An Aversion To Mediocrity
You have to take your own chopsticks, spoons etc. Restaurant patrons get to go down to where the watercress is grown for free, otherwise RM1 entrance fee is charged. Food are nice. My kids enjoyed them alot. Abit pricey. We ordered a set lunch for people. Portion was big. Total cost RM Highly overpriced, serve cheap materials, bad service! The most expensive dish is chicken, the rest are all vegetables or mushroom.
They served the dishes very fast, must be pre-cooked dishes. Some vege are over-cooked. They served the rice and dishes without telling us that we have to take the plates by ourselves until we asked the waitress. The waitress only point to us where to get the plate and rudely told us the instruction is on the wall.
I feel like cheated.
Not recommended at all!! Very unpleasant of experience visiting this place, the owner of restaurant treat you badly.
an aversion to mediocrity Manual
He even try to stop 4 years old kid to enter his toilet even we are agree to pay Rm1 for the entrance fees. This restaurant is situated in Tringkap, Tanah Rata. Right at the left corner so be careful if you are coming from downhill. If you are coming from Brinchang, it is easy to spot, it will be on your right. Interesting little water cress farm.
Amazing actually to see water cress being farmed in this large scale. The restaurant offers delicious steamboat and ala cartes. Drinks too contain water cress! Do try it! Own or manage this property? Claim your listing for free to respond to reviews, update your profile and much more. Tip: All of your saved places can be found here in My Trips. Log in to get trip updates and message other travelers. Profile Join.
Seeking Simplicity – How To Find Joy In The Mediocre
Log in Join. This restaurant seems to have an Improve this listing. Ranked 43 of 54 Restaurants in Brinchang. Cuisines: Chinese. Restaurant details. Reviewed December 21, This restaurant seems to have an aversion to meat.
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Date of visit: December Thank DaddyistheBest. Write a Review Reviews Traveler rating. See what travelers are saying:. In sum, love makes the entire person come alive--but only if it is pursued with sufficient openness and daring that it brings with it a constant danger of pain and loss. So far, so good. Nehring certainly raises an important issue--although it is not only with respect to love, and not only yesterday and today, that people have preferred to live in an excess of caution.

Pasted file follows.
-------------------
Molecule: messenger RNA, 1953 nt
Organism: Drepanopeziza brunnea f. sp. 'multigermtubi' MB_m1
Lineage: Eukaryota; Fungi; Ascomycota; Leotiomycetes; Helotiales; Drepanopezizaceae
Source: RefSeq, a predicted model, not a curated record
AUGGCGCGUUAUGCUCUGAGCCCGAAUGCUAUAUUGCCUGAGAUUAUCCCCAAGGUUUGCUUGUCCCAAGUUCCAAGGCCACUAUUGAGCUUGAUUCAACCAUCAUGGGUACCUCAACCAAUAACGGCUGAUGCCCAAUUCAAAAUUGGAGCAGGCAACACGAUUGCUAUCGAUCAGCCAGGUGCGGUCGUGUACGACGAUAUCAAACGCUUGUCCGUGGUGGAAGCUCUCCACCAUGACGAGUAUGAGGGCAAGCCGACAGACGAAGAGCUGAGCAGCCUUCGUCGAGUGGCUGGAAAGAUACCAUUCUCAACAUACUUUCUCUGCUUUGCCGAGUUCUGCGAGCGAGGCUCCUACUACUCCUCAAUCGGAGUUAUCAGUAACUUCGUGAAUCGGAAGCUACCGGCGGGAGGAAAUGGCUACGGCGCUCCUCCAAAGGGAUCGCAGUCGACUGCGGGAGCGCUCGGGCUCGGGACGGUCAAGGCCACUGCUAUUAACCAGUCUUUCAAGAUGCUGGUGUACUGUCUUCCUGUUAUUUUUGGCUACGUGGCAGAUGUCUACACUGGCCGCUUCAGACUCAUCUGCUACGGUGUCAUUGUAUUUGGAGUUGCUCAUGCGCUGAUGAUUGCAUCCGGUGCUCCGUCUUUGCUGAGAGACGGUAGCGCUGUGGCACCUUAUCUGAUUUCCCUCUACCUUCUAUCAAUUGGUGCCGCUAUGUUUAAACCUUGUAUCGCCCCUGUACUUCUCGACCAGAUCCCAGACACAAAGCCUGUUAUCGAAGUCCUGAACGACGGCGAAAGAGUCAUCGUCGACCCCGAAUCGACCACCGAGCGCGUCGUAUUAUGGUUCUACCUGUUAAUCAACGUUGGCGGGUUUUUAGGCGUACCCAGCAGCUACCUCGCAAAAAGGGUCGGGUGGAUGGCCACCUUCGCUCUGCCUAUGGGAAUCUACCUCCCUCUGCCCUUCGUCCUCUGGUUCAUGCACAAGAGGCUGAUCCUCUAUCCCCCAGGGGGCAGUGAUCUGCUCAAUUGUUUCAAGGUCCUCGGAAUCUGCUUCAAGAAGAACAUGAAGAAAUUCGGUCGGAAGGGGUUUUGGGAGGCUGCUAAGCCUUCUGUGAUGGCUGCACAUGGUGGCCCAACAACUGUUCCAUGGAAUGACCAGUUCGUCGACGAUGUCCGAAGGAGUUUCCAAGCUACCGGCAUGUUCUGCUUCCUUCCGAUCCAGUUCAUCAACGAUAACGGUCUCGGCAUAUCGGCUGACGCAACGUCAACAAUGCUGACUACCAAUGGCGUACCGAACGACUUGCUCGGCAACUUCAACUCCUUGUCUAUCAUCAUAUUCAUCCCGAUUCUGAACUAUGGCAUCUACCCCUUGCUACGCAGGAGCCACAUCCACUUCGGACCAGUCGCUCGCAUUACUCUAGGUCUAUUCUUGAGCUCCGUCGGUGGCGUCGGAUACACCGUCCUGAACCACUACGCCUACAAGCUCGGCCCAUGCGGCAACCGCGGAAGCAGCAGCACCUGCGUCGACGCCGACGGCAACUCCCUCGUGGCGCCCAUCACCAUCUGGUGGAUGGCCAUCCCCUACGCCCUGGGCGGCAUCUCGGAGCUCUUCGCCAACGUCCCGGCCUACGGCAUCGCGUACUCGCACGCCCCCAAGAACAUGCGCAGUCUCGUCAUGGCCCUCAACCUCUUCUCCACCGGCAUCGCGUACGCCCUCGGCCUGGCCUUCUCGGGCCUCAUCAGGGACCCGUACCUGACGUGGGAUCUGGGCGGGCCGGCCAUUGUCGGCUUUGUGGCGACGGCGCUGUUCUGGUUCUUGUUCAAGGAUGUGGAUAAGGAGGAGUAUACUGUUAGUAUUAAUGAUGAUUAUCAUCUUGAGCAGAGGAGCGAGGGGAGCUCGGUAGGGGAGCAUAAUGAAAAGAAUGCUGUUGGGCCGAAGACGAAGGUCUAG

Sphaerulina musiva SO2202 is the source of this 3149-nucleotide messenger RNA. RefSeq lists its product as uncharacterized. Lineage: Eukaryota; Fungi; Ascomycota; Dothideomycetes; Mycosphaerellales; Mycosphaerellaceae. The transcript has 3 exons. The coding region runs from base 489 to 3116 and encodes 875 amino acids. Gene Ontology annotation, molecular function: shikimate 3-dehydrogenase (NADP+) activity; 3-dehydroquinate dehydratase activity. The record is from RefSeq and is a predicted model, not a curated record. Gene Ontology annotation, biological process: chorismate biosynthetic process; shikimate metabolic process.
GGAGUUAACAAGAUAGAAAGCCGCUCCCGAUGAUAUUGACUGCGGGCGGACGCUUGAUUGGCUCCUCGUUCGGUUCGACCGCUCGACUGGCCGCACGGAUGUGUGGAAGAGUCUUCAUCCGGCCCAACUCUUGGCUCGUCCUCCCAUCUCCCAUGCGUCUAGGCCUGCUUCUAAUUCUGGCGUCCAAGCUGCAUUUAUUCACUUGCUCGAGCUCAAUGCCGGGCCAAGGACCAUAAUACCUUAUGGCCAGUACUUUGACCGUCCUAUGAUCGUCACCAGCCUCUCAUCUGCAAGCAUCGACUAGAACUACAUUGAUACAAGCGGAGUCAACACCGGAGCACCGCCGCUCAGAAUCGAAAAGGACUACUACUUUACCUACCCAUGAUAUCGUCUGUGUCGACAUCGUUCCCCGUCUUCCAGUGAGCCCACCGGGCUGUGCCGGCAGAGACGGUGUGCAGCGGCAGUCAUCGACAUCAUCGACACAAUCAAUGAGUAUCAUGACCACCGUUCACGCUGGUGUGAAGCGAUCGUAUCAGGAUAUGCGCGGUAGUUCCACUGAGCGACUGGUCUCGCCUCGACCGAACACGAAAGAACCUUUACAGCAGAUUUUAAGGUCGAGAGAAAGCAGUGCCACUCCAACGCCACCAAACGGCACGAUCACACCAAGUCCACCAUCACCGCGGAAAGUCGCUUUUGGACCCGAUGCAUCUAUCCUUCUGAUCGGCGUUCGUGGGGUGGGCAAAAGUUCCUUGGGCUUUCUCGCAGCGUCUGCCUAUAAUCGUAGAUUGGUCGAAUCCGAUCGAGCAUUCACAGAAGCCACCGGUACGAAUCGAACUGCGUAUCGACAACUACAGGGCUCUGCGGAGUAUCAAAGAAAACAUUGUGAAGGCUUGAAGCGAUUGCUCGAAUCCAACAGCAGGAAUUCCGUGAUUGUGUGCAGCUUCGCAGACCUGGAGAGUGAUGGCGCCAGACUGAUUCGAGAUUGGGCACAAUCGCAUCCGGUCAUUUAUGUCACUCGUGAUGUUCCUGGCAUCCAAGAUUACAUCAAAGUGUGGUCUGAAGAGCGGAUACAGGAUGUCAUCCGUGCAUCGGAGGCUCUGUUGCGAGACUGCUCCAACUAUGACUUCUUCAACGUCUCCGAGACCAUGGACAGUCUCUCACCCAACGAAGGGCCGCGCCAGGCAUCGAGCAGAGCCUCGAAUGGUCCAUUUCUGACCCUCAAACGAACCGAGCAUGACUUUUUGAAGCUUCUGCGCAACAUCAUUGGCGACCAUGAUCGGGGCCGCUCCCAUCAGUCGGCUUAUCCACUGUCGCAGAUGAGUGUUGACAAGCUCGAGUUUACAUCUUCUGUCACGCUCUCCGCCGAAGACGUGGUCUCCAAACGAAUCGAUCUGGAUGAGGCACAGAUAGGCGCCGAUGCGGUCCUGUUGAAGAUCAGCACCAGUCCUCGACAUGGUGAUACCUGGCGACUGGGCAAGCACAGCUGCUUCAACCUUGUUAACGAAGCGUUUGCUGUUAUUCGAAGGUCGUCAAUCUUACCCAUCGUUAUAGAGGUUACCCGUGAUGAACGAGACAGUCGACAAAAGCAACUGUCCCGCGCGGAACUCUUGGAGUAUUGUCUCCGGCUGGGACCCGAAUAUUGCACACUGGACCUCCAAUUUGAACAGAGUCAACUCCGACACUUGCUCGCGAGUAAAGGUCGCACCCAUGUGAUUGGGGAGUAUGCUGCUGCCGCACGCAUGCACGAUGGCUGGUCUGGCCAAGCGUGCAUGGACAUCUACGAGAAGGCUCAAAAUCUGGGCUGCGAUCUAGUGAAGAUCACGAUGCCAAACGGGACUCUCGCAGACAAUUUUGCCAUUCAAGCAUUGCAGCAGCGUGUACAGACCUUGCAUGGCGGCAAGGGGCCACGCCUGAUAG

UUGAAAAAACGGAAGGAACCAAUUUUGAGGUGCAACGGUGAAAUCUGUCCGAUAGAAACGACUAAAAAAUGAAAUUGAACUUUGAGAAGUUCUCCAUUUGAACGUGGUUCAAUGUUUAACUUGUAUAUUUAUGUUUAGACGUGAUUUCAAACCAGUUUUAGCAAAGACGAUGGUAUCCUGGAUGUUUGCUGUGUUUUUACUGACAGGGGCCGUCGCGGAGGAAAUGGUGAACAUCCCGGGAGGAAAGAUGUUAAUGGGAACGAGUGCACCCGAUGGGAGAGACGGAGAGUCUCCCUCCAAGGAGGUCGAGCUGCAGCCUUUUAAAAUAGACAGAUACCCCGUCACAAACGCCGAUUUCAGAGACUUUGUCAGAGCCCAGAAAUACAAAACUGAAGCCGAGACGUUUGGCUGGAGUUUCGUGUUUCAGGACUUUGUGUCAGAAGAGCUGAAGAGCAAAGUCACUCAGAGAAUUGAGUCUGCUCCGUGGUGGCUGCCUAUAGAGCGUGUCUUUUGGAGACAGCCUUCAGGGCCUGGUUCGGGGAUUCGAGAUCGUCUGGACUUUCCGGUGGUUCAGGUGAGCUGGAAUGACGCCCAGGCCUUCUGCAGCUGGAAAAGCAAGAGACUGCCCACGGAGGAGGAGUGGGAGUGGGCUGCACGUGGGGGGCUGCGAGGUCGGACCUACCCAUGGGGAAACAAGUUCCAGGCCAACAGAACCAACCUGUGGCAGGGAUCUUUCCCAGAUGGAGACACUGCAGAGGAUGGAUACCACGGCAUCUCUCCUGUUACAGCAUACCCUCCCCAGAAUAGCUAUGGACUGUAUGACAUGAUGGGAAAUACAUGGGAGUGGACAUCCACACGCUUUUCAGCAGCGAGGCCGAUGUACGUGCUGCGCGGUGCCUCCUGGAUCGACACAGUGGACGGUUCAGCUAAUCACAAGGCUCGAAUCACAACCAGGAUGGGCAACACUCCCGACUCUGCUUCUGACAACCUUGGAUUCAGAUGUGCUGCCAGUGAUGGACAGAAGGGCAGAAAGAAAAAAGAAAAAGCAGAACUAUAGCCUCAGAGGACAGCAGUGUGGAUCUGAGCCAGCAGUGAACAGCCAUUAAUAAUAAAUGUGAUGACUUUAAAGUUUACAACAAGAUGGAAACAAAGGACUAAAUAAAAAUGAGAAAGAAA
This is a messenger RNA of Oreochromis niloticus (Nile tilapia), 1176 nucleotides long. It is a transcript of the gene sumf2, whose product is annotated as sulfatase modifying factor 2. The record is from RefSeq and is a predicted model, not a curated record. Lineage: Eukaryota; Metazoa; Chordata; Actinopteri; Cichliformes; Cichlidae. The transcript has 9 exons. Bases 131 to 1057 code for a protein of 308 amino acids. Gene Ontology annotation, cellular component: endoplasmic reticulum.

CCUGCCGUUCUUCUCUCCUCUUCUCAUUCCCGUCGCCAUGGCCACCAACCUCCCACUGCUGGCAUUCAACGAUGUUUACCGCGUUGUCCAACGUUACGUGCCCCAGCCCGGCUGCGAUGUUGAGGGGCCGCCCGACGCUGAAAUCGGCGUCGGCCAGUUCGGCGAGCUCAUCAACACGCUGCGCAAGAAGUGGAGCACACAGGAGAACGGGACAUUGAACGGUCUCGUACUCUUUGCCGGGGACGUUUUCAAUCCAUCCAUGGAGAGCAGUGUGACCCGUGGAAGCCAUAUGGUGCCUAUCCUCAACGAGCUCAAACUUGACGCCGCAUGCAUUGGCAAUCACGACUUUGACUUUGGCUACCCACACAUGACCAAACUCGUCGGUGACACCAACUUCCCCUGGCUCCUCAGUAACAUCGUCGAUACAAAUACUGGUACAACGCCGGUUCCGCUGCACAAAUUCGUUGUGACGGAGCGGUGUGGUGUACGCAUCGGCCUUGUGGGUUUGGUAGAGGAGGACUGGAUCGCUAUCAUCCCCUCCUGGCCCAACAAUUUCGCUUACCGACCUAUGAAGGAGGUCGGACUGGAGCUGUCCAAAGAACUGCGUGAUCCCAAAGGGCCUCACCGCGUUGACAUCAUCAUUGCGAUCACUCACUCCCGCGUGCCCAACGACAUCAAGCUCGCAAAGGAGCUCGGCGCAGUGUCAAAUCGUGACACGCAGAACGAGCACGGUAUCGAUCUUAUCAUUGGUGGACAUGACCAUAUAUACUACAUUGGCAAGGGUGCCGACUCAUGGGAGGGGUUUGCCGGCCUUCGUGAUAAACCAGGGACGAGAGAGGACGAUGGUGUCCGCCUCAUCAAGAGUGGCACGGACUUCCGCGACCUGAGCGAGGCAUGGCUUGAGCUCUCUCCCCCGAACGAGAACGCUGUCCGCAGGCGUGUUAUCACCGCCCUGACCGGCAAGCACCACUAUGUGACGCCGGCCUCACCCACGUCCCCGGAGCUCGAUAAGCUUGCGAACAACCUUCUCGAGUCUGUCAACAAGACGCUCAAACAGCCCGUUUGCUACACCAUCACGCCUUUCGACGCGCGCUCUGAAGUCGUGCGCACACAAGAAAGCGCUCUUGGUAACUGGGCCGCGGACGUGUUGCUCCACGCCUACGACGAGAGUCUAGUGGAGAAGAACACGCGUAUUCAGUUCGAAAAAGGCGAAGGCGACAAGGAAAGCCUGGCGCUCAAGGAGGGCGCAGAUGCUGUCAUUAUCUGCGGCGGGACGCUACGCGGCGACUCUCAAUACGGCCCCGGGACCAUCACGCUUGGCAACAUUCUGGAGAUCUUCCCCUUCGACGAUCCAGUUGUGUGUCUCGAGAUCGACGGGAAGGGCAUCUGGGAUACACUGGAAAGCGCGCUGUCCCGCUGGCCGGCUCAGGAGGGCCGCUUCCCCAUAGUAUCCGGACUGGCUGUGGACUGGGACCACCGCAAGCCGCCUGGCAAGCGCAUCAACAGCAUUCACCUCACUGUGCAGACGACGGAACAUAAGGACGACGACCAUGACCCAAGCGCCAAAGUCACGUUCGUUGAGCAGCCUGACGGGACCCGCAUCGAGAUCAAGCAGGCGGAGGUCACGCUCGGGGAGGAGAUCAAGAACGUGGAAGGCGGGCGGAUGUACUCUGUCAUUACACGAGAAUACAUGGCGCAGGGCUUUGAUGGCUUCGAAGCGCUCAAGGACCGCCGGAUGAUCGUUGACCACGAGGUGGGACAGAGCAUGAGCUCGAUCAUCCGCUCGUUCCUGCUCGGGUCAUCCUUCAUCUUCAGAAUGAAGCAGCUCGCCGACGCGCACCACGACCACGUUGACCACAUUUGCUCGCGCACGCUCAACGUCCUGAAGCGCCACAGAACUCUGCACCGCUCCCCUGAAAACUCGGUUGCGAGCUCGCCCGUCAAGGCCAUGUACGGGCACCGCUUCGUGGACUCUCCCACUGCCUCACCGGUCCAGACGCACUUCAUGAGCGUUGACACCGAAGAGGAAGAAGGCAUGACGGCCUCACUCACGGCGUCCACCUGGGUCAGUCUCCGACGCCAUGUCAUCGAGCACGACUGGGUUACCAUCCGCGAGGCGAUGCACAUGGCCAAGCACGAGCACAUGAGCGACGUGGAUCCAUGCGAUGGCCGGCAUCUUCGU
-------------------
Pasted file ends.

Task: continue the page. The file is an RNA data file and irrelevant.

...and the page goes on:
Most people in most times and places have been averse to risk, avoiding deep commitments of all sorts--to work, to justice, to a cause, to a country-- because they can see that through such commitments they would risk failure on a large scale. Most people enjoy contemplating the sufferings of tragic heroes, but they do not wish to be called upon for heroism themselves. Not caring deeply; looking at everything with irony, as a mere spectacle; and pursuing superficial pleasures: these are clever ways of evading or thwarting tragedy--in love, but also in every department of life.
It is a pervasive inclination of ordinary human life. But it is certainly possible that in America in our own era we are seeing a rising tide of risk aversion. If I compare my students today with my student contemporaries of the s and s, they certainly do seem to be more cautious and more calculating--about career choice, political engagement, and aspiration generally. They make prudent life plans, and they are unembarrassed by all their prudence.
Why the Bell Curve Matters
It would not surprise me if attitudes to romantic love have become similarly cautious and calculating, and perhaps also similarly ironic and detached. How could they not, if people are determined not to take large risks in any precinct of life? Nehring provides no systematic evidence for the claim that attitudes to love have changed. She ignores a huge stretch of popular culture when she says that we badly need some books that make passionate romance sexy for women. Can it be that she has never encountered romance novels? Does she not go to the movies?
Still, she is on solid ground when she contends that many people miss a lot in life, including a deeper understanding of self and other, because they are determined not to fail and not to suffer--because they hold the conviction that it is not better to have loved and lost. If you are a person globally averse to risk, then you will circumspectly avoid profound personal love, because its riskiness is obvious.
Abelard and Heloise, Antony and Cleopatra, Mary Wollstonecraft and William Godwin, Margaret Fuller and Count Giovanni Ossoli, Jean-Paul Sartre and Simone de Beauvoir, Frida Kahlo and Diego Rivera--they are all fun to read about, and they do remind us of the joyousness and the wisdom that can come from life lived on a grand scale, without crippling self-protectiveness. Nehring rarely mentions the fact that some of these examples are fictional and some real, but blurring that line does not cause confusion, because her strategy is to show the lasting appeal of these stories for women today, as models and possibilities.